MOREHEAD CITY, CARTERET COUNTY -

A group of divers lead by Marine Ecologist and University of North Carolina Ph.D. student Avery Paxton are diving deep under the waves to study 32 dive sites off the coast of North Carolina.

The sites are submerged under 40 to 100 feet of water. Some of the sites are shipwrecks,concrete pipes, and bridge spans. Others are natural reefs on the ocean floor.

The divers use clipboards and cameras to document their dives. They also use instruments to measure depth and temperature.

"It's really important that we understand the temperature fluctuation at this site because that could influence the fish that we find on them throughout the year." says Paxton.

The temperature loggers used in the study are left down on the reefs. This keeps a record of the hourly temperature changes in the ocean at that spot for days, weeks, even years.

Paxton and her team then use that information and couple it with their pictures and notes to see what fish and marine life thrive at the reefs, and what can boost or drop population.

Paxton says you can see a big change in wildlife from season to season.

"One of the last times we were out there was in the middle of winter we were wearing dry suits and it was 50 degrees... but now it's warmed up a lot and we are seeing a lot of growth of the macro algae and a lot of the tropical fish are coming back to the sites." says Paxton.

Information from Paxton's study could eventually be used by other scientists, builders and fisherman to decide which areas should be protected or developed.

deep and include natural hard-bottom reefs, which are exposed rocks and consolidated sediment, as well as artificial reefs, including shipwrecks, concrete pipes, and bridge spans. The goal of our research is to understand the relationship between habitat complexity and fish communities, as well as sediment dynamics and invertebrate prey communities. Specifically, we are determining how recreationally and commercially important fish, such as those in the snapper-grouper complex, may use high-relief hard-bottom differently from low-relief pavements. This research is important for the local community because it will help enhance fisheries resources.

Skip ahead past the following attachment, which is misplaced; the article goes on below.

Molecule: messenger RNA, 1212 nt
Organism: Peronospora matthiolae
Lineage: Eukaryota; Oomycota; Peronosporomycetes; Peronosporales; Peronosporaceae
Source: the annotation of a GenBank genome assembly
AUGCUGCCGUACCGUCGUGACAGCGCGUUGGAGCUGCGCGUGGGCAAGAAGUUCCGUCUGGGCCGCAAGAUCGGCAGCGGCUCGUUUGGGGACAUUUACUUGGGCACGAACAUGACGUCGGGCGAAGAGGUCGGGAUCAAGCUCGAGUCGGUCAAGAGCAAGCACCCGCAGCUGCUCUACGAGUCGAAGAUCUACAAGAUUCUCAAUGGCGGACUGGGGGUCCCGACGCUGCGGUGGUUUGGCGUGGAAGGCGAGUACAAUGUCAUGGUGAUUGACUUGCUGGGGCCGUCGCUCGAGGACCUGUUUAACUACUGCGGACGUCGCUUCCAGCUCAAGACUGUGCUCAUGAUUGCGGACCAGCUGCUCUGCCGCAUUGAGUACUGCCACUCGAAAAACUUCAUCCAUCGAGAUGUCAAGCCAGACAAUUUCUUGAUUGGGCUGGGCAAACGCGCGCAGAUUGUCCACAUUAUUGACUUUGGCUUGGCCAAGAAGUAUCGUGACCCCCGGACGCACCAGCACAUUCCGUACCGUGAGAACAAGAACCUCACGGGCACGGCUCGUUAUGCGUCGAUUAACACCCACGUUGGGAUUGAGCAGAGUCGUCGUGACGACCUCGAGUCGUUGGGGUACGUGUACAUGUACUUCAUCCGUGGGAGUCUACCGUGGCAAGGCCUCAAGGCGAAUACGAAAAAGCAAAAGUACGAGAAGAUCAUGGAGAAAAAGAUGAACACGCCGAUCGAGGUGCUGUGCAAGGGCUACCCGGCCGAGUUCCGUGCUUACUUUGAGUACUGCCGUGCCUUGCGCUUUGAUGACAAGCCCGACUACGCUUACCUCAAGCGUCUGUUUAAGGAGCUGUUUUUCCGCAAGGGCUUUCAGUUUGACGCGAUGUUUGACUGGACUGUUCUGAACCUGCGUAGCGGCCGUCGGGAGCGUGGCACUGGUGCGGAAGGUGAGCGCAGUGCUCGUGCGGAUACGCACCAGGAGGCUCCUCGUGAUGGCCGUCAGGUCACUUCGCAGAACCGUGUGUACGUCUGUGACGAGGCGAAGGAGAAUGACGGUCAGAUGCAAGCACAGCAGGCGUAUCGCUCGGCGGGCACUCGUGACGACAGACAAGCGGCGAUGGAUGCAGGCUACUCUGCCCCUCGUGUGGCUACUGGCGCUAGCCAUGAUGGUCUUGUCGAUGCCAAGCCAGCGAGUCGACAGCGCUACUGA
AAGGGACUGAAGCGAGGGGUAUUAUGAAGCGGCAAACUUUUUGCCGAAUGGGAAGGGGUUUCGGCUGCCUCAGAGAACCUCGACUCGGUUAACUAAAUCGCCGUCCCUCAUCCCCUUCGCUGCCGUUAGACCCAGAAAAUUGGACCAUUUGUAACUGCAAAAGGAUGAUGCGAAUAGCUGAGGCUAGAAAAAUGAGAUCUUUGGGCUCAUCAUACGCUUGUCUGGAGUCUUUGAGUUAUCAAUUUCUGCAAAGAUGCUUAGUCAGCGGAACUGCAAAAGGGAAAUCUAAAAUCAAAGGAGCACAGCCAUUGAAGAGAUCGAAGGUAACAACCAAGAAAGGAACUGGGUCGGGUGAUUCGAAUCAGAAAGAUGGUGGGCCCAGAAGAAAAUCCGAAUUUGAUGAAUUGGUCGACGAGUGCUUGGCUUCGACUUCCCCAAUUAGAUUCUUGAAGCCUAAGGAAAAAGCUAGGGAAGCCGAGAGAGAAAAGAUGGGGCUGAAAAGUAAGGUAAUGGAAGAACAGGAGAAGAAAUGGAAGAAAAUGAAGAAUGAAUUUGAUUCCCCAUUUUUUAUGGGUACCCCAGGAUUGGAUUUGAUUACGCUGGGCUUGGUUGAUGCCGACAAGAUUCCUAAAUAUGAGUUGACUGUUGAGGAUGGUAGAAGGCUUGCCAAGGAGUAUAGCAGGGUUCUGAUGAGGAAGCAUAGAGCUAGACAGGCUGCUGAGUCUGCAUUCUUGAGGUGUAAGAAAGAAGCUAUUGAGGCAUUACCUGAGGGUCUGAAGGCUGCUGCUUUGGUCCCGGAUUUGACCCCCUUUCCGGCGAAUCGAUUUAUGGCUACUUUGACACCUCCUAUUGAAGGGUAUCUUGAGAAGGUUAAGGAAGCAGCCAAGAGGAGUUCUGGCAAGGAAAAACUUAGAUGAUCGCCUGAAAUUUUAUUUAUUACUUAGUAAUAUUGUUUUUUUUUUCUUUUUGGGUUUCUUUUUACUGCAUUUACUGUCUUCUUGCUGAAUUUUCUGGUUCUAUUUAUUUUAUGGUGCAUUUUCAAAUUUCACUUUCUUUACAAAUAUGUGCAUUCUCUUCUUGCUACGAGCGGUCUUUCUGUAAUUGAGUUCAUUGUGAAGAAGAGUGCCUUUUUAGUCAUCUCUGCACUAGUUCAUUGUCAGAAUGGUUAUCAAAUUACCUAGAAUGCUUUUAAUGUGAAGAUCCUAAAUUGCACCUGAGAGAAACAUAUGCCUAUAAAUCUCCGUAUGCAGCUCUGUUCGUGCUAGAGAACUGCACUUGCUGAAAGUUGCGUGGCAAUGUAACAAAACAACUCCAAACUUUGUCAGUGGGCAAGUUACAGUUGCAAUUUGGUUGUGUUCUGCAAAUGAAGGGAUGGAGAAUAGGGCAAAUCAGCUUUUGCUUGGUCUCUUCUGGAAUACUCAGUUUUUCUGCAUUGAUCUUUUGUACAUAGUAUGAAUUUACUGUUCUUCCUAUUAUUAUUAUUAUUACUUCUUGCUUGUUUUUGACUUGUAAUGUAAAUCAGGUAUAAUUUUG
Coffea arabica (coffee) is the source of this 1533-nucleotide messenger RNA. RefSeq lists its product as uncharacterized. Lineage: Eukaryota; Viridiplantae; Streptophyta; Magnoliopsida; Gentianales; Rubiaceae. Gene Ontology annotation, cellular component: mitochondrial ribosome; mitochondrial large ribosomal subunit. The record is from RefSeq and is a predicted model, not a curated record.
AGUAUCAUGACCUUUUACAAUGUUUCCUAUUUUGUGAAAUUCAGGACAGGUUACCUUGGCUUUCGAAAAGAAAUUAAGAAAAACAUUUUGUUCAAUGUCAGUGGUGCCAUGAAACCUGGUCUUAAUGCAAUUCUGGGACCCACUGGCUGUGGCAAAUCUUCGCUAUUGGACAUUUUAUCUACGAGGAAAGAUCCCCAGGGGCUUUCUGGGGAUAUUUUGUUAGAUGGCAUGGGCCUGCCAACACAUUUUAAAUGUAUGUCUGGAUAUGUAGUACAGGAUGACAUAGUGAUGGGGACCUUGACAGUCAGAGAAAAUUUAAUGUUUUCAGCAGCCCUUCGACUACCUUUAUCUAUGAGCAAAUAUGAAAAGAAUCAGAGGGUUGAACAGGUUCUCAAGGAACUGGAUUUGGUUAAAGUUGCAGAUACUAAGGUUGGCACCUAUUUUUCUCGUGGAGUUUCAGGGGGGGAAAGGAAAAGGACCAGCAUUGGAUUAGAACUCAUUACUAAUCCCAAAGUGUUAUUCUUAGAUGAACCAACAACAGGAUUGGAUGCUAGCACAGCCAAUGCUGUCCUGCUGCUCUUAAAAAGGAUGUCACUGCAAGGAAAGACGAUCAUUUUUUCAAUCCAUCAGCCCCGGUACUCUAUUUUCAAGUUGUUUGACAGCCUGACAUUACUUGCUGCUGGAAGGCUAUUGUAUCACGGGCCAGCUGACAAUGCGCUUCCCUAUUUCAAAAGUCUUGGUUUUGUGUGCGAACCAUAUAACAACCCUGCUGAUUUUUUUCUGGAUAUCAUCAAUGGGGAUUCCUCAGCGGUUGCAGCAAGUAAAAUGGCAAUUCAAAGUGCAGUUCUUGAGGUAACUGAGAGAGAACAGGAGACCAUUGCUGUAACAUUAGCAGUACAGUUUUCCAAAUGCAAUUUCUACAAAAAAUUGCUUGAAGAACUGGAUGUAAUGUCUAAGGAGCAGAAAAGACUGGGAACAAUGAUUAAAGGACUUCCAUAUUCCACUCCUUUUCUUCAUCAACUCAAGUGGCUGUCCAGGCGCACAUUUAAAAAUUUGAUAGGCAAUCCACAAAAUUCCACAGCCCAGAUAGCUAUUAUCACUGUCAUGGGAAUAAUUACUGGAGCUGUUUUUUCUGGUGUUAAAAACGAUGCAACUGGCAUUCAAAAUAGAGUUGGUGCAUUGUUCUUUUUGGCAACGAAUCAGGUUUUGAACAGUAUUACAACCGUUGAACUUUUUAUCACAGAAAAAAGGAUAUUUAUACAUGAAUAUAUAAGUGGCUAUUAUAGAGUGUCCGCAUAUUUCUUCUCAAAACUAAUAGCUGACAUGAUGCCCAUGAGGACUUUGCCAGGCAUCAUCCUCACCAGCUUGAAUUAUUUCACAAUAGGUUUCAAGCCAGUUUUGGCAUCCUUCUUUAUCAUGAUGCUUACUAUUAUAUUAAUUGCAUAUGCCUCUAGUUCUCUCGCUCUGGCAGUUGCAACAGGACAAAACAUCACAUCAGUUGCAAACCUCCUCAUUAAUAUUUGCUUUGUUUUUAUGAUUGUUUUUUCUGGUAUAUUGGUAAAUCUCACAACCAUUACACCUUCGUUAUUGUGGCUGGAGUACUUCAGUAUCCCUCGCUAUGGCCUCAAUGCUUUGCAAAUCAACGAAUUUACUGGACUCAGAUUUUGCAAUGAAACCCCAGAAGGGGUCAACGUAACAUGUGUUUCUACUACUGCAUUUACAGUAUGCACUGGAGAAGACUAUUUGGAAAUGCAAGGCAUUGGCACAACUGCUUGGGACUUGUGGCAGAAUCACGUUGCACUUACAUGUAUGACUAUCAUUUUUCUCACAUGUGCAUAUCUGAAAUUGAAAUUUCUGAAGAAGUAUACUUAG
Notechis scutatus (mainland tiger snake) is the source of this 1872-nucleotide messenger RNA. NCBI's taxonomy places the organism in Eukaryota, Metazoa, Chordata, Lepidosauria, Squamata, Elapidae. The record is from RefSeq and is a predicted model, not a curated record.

Acknowledgements: This research is supported by funding from a Coastal Recreational Fishing License Grant.

 We conduct year-round diving surveys on sixteen offshore, hard-bottom reefs in Onslow Bay. The sites range from 40 - 100 feet deep and include natural hard-bottom reefs, which are exposed rocks and consolidated sediment, as well as artificial reefs, including shipwrecks, concrete pipes, and bridge spans. The goal of our research is to understand the relationship between habitat complexity and fish communities, as well as sediment dynamics and invertebrate prey communities. Specifically, we are determining how recreationally and commercially important fish, such as those in the snapper-grouper complex, may use high-relief hard-bottom differently from low-relief pavements. This research is important for the local community because it will help enhance fisheries resources. 

 

Acknowledgements: This research is supported by funding from a Coastal Recreational Fishing License Grant.